The European Union (EU) is rolling out new rules to make it easier to sue companies specializing in artificial intelligence (AI) for harm. This newly unveiled bill – which should be ratified within a few years – is part of Europe’s efforts to prevent AI developers from offering dangerous systems. It is not completely convincing: on the one hand, technology companies are complaining about this bill, which could have a deterrent effect on innovation. On the other hand, those who fight for the defense of consumers believe that it does not go far enough.
Powerful AI technologies are increasingly shaping our lives, our relationships and our societies and their harmful effects are well documented. Social media algorithms promote misinformation, facial recognition systems are very often discriminatory, and predictive AI systems used to approve or reject loan applications can disadvantage minorities.
The new draft law dubbed the “AI Liability Directive” will reinforce the European law on artificial intelligence which is due to come into force soon. The latter requires additional controls for “high risk” uses of AI, i.e. those that are most likely to harm people. These include systems used for policing, recruitment or health services.
The new bill aims to give consumers and businesses the right to sue, to claim damages, after being harmed by an AI system. The aim is to hold the developers, producers and users of these technologies accountable and to oblige them to explain how their AI systems were built and trained. Tech companies that fail to follow the rules risk being the subject of Europe-wide class action lawsuits.
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For example, job seekers who can prove that they have been discriminated against by an AI system used for CV screening can ask a court to force the AI company to give them access to job information. system. This way, they can identify those responsible and find out what went wrong. Armed with this information, they can sue.
The bill still has to go through the legislative process of the European Union. A process that should take two years. Until then, the proposal will be amended by Members of the European Parliament and EU governments. It will also likely be the subject of intense lobbying from tech companies who say such rules could have a “chilling” effect on innovation.
Whether successful or not, this new European legislation will have an impact on how AI is regulated around the world.
In particular, the bill could have a negative impact on software development, according to Mathilde Adjutor, head of European policy for the technology lobbying group CCIA, which represents companies such as Google, Amazon and Uber.
Under the new rules, “developers not only risk being held liable for software bugs but also for the potential impact on the mental health of users,” she says.
For her part, Imogen Parker, associate director of policy at the Ada Lovelace Institute, an AI research organization, believes that this bill will help shift the power from companies to consumers. This is a correction that she considers particularly important given the potential for discrimination that AI can cause. In addition, the bill will ensure that there is – when an AI system causes harm – a common way to seek redress across the EU, says Thomas Boué, European policy manager at tech lobby BSA, which counts among its members Microsoft and IBM.
However, some consumer rights organizations and activists say the proposals don’t go far enough and don’t make it easy enough for consumers to file complaints.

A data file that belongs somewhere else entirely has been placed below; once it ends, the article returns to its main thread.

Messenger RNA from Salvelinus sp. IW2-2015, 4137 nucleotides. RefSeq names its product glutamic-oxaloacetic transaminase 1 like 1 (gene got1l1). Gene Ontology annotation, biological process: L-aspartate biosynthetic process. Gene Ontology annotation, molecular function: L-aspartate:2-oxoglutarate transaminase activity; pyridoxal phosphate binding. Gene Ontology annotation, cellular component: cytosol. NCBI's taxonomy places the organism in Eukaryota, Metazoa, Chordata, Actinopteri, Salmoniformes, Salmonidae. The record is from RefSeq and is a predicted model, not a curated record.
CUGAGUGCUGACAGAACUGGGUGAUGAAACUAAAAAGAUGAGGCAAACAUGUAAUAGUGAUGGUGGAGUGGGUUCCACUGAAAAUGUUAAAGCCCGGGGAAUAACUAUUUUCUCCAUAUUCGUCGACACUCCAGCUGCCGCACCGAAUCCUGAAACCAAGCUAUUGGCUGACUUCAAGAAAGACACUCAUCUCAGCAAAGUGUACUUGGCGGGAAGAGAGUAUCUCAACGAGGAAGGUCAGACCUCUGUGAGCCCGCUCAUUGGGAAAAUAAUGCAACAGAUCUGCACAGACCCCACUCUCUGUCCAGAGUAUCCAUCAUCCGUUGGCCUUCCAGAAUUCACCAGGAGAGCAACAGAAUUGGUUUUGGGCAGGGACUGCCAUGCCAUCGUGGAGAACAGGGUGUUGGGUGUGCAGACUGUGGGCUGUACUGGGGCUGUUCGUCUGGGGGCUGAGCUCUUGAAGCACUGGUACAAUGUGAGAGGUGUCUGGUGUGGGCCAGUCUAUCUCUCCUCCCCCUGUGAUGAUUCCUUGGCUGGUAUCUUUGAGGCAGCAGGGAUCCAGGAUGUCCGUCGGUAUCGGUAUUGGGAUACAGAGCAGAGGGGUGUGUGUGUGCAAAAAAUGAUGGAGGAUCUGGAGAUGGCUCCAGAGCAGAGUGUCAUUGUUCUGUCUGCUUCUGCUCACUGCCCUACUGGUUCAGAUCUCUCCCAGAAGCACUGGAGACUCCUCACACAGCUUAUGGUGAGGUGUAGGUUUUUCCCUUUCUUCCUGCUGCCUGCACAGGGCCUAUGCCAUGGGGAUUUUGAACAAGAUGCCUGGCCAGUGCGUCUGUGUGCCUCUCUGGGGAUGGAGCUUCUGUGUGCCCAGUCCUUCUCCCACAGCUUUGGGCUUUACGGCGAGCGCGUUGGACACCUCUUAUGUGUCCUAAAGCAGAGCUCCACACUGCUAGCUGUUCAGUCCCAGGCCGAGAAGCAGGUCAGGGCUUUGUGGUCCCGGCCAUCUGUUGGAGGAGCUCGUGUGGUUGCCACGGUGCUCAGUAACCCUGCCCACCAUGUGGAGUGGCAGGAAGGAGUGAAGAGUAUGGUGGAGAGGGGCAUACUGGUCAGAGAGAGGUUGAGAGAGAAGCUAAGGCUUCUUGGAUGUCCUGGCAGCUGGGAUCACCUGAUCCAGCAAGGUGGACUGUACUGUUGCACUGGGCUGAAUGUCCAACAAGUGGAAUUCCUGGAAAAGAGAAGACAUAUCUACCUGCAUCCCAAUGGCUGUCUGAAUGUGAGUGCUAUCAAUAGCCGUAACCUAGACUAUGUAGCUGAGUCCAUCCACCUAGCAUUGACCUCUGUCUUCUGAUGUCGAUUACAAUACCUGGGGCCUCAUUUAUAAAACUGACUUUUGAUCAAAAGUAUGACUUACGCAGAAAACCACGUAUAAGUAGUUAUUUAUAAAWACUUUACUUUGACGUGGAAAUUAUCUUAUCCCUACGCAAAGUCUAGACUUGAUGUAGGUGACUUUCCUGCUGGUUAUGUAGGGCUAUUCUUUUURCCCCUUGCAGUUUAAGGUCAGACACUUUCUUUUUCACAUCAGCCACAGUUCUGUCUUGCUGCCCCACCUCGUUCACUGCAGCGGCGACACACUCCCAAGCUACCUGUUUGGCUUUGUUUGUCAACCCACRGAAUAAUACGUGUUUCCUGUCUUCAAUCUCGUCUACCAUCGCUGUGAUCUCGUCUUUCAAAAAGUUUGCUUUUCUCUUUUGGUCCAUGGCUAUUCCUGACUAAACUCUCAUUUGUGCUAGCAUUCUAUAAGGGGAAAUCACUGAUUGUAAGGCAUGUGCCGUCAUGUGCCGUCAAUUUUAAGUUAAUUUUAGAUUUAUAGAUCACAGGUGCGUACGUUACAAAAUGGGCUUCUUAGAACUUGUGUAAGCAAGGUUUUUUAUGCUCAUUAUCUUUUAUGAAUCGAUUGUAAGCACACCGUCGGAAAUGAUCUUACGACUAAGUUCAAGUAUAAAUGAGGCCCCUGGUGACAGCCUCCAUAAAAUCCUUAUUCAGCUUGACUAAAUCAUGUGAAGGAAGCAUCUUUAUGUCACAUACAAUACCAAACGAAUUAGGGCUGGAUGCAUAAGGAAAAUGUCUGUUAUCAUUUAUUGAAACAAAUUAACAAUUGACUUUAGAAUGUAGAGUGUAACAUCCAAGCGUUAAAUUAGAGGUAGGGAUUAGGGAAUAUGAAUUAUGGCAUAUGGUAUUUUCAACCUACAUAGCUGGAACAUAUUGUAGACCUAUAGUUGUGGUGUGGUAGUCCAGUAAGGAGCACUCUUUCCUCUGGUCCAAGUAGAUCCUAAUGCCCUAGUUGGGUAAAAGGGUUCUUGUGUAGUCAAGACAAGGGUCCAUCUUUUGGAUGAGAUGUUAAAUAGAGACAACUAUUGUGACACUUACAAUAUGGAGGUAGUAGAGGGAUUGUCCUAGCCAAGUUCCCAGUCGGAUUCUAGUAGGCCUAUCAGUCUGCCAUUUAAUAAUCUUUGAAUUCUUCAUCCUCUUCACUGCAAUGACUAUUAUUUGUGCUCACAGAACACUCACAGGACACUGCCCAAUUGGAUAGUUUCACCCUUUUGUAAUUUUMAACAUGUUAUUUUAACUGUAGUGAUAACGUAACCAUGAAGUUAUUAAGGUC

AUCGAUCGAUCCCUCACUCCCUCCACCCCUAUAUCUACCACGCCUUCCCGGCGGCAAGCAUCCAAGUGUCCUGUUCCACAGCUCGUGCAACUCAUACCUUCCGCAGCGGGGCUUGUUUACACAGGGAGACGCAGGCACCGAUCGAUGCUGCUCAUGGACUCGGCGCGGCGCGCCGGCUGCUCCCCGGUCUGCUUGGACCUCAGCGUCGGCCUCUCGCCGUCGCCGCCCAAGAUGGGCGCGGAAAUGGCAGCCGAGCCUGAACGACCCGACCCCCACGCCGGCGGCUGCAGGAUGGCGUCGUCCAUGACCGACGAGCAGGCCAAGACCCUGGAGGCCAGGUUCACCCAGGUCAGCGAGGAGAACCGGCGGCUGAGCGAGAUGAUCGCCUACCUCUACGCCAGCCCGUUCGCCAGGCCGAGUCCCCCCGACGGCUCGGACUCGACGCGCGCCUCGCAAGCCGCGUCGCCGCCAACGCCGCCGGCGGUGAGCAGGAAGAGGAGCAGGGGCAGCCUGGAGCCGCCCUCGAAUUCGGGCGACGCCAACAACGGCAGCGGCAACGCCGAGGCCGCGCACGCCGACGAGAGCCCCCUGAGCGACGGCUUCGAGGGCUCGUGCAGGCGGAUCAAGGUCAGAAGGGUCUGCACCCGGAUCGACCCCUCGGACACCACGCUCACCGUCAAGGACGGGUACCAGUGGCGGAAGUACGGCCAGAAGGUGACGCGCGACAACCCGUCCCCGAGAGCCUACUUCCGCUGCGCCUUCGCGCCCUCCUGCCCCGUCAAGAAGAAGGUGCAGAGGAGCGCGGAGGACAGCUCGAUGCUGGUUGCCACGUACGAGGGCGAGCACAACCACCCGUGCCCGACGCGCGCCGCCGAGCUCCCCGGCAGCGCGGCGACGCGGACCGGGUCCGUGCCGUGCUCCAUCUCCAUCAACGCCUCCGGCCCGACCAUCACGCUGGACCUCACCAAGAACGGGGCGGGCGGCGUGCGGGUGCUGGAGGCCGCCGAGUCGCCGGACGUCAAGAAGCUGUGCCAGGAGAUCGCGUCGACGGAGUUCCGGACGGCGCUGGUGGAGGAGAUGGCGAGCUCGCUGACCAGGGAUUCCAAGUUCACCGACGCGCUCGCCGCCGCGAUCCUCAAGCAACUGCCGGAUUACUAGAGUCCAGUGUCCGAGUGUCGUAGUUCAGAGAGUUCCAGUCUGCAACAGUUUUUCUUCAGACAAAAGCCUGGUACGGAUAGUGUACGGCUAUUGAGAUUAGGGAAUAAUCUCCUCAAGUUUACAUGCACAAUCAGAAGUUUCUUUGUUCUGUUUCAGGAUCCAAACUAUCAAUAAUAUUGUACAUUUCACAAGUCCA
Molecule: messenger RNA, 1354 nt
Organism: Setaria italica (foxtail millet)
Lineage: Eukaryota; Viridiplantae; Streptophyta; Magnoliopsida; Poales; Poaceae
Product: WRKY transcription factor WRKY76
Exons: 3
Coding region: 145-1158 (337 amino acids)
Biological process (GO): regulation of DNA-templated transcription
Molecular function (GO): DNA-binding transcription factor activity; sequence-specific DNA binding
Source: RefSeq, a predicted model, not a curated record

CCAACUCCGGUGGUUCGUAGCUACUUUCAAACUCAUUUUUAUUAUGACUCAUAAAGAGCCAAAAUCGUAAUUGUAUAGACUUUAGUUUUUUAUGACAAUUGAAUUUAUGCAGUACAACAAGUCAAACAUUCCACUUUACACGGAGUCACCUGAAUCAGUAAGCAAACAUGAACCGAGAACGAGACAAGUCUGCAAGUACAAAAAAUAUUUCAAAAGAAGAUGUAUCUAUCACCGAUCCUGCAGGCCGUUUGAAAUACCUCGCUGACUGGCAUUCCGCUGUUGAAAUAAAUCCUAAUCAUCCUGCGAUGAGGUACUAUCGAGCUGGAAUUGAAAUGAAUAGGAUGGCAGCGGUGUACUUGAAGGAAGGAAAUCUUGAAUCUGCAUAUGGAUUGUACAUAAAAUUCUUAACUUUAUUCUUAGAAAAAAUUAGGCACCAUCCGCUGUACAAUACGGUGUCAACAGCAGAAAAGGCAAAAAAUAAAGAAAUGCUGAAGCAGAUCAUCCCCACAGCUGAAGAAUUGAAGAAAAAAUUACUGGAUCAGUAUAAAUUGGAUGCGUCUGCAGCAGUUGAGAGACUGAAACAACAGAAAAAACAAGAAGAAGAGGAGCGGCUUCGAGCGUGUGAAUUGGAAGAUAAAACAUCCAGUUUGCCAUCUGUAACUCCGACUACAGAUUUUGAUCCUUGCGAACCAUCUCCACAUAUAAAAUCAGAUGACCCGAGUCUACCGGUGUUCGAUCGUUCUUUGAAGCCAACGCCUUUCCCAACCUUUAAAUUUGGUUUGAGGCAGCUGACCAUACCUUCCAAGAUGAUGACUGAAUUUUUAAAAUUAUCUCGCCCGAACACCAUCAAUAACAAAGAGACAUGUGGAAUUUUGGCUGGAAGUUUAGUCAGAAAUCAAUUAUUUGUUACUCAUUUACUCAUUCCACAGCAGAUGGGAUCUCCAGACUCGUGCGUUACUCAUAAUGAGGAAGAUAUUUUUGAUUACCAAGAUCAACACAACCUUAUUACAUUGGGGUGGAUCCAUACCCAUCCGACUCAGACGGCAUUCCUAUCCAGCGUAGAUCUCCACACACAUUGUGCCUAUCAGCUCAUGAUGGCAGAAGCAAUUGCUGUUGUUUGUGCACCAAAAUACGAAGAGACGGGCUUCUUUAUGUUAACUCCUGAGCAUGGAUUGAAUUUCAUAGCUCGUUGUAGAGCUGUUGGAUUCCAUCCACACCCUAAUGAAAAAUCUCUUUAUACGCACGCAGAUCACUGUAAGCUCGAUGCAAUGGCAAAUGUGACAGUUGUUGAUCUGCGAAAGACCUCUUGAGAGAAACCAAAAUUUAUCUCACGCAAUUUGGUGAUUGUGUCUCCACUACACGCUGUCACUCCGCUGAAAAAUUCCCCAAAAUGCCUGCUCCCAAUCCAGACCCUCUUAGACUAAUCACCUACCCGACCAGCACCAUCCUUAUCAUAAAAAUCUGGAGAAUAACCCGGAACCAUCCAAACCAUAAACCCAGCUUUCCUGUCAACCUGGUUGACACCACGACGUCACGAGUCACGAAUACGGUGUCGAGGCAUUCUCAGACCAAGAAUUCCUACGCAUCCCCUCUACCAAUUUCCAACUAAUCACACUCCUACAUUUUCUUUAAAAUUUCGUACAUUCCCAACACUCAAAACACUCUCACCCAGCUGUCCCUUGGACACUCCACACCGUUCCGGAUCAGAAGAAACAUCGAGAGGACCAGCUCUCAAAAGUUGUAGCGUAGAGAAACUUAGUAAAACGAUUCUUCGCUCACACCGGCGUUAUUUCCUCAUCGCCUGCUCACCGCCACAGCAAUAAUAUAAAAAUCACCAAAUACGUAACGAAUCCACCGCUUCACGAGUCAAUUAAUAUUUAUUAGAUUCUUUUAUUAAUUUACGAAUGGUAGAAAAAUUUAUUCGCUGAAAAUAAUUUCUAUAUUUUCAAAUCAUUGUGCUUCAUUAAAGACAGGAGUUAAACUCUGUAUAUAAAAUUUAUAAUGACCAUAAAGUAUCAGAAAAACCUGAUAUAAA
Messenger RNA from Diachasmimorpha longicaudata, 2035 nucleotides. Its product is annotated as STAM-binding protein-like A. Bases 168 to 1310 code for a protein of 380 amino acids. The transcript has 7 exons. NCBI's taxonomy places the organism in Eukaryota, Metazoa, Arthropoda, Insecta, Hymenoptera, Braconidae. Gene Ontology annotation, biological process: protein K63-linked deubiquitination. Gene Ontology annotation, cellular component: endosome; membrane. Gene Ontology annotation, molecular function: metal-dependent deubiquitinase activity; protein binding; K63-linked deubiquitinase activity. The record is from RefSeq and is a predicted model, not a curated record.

Ursula Pachl, deputy director-general of the European Consumers’ Organisation, says the proposal is a “genuine disappointment” because the onus is on consumers to prove that an AI system has harmed them or that an AI developer IA was negligent.
“In a world where ‘black box’ type AI systems are extremely complex and obscure, it will be virtually impossible for the consumer to use the new rules,” says Ursula Pachl. For example, it will be extremely difficult to prove that racial discrimination against a person is due to the way a credit rating system was set up.
The bill also fails to take into account consequential harms caused by artificial intelligence systems, adds Claudia Prettner, EU representative at the Future of Life Institute, an NGO that focuses on the existential risks associated with climate change. ‘iA. A better version of the text would hold companies liable when their actions cause damage without necessarily requiring fault, like the rules that already exist for cars or animals, she continues.
“AI systems are often built for one purpose but then cause unexpected harm in another area. Social media algorithms, for example, were designed to maximize time spent on platforms but inadvertently favored polarizing content,” she says.
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The EU wants its AI law to become the global benchmark for regulating artificial intelligence. Other nations, such as the United States, where efforts are underway to regulate this technology, are watching the situation closely. The Federal Trade Commission is considering rules on how companies process data and build algorithms. It forced companies that collected data illegally to remove their algorithms. This year, for example, the agency forced weight-loss diet specialist Weight Watchers to do so after it illegally collected data on children.
Whether successful or not, this new European legislation will have implications for how AI is regulated around the world. “It is in the interest of citizens, businesses and regulators that the EU properly addresses the issue of liability in artificial intelligence. Without this, AI cannot be useful to people and to society,” says Imogen Parker.
Article by Mélissa Heikkilä, translated from English by Kozi Pastakia.
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